The Far-reaching Benefits of Kindness

Cheryl was a beautiful and friendly prostitute who regularly stayed at The Crest Motel, a seedy, oftentimes violent establishment that my mom managed for seven long years in Vallejo, California.

Cheryl liked me because I was a harmless 11-year-old boy who would never hurt her, unlike other males in her life. I sometimes saw her with a black eye, swollen lips and bruises on her otherwise gorgeous body.

One day, she was beaten so badly by her pimp, my mom hid her in one of the motel rooms for a few weeks. She brought her food and drinks. My mom continued to hide her out off and on for the next two years.

One day Cheryl left and never returned. She disappeared into the treacherous crevices of the streets, like many of the other motel guests.

More Lessons in Kindness

“Kindness is choosing to acknowledge and celebrate the beauty in others, regardless of whether or not they can find it in themselves.” — RAKtivist

Helping Cheryl was just the tip of my mom’s iceberg of kindness. She “hid out” other prostitutes. She sometimes let families stay at the motel for additional time even when they ran out of money. She bought groceries for disabled guests.

When the police came looking for known criminals who were at the motel, my mom told them she hadn’t seen them— not because she feared retaliation, but as she said, “They got enough problems. I ain’t gonna make it worse.”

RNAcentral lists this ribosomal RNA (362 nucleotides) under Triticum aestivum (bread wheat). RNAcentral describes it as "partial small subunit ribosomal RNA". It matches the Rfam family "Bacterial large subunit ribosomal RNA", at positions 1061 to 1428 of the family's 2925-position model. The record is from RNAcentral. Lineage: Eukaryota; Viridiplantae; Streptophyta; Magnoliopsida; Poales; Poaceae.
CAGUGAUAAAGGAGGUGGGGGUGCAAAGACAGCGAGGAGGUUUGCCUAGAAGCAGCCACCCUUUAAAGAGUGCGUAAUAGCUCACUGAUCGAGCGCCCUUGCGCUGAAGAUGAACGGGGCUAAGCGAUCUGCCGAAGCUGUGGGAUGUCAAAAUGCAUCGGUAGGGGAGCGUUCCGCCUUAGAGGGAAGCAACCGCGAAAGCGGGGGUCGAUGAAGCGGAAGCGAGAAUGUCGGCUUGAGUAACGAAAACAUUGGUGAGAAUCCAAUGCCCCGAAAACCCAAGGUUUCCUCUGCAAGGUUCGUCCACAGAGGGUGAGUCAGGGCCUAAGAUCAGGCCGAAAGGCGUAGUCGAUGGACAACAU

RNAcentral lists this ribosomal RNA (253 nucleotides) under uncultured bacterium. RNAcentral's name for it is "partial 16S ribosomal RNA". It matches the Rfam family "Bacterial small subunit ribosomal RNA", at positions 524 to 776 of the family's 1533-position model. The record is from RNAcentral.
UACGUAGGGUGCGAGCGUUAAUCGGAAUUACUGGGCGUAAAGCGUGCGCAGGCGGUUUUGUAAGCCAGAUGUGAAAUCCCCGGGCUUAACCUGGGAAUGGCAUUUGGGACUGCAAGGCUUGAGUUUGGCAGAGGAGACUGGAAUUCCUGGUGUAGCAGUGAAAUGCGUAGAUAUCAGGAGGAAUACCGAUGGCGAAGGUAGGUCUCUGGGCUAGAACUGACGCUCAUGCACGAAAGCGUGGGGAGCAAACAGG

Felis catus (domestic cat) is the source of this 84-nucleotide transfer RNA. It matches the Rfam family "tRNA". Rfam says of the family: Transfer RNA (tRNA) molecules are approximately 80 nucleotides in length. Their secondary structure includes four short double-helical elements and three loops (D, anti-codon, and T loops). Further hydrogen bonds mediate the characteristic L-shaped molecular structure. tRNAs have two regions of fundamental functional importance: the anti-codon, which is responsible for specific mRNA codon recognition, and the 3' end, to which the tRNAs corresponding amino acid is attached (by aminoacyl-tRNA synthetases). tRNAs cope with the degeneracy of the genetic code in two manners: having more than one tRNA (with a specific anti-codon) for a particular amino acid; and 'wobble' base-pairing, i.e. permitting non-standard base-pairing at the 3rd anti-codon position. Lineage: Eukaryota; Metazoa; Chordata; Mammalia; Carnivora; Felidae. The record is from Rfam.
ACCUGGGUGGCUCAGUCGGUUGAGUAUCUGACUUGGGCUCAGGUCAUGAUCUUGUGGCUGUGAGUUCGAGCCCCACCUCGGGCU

When people are treated unfairly or feel like they don’t matter, it can kill their self-worth. It stops them from seeing their inherent beauty.

Being kind to people is acknowledging that they’re beautiful human beings who matter in this world. This is why it’s so important to be kind to everyone, but especially to those who have been treated badly their entire lives.

My mom experienced a lot of abuse her entire life, yet she was undoubtedly the most loving, compassionate person I’ve ever met. Even though the world tore her apart, she would go to great lengths to help others.

She’d get holiday and birthday cards from tons of people who she helped through the years. People from different parts of the US and a few other countries visited my mom because she had touched their lives in powerful ways.

Who was the kindest person you ever encountered?

Kindness is Contagious

“A single act of kindness throws out roots in all directions, and the roots spring up and make new trees.” — Amelia Earhart

I definitely learned how to be kind and compassionate from watching my mom in action. Although I was a drug dealer in the rough streets of Vallejo, I made it a point to practice kindness as much as possible.

When people in my circle sold drugs to people who didn’t pay, those who didn’t have the money were “taxed,” which meant they had to give up all of their belongings or get savagely beaten. A $200 drug debt could result in the loss of a car or everything of value in someone’s house.

When people didn’t pay me, I’d give them more time or take it as a loss. I regularly bailed friends out of jail, rescued people who were in trouble and stopped a lot of people from beating or robbing other people. I sometimes repaid people’s outstanding drug debts so they wouldn’t get taxed.

I was no saint. Selling illegal drugs was clearly wrong. But I still tried to carry on my mom’s legacy of kindness — even in some of the darkest places.

The benefits of kindness are far-reaching. My mom’s kindness inspired me and who knows how many other people to help our fellow human beings.

Study after study has shown that kindness really is contagious. One act of kindness can lead to many more kind gestures.

When I drove back into Vallejo from the San Francisco bay area, there was a bridge with a toll plaza that had about eight toll booths, sometimes affectionately called “extortion booths.” On four separate occasions, I tried to pay my toll, but the toll collector told me the person in front of me already paid it.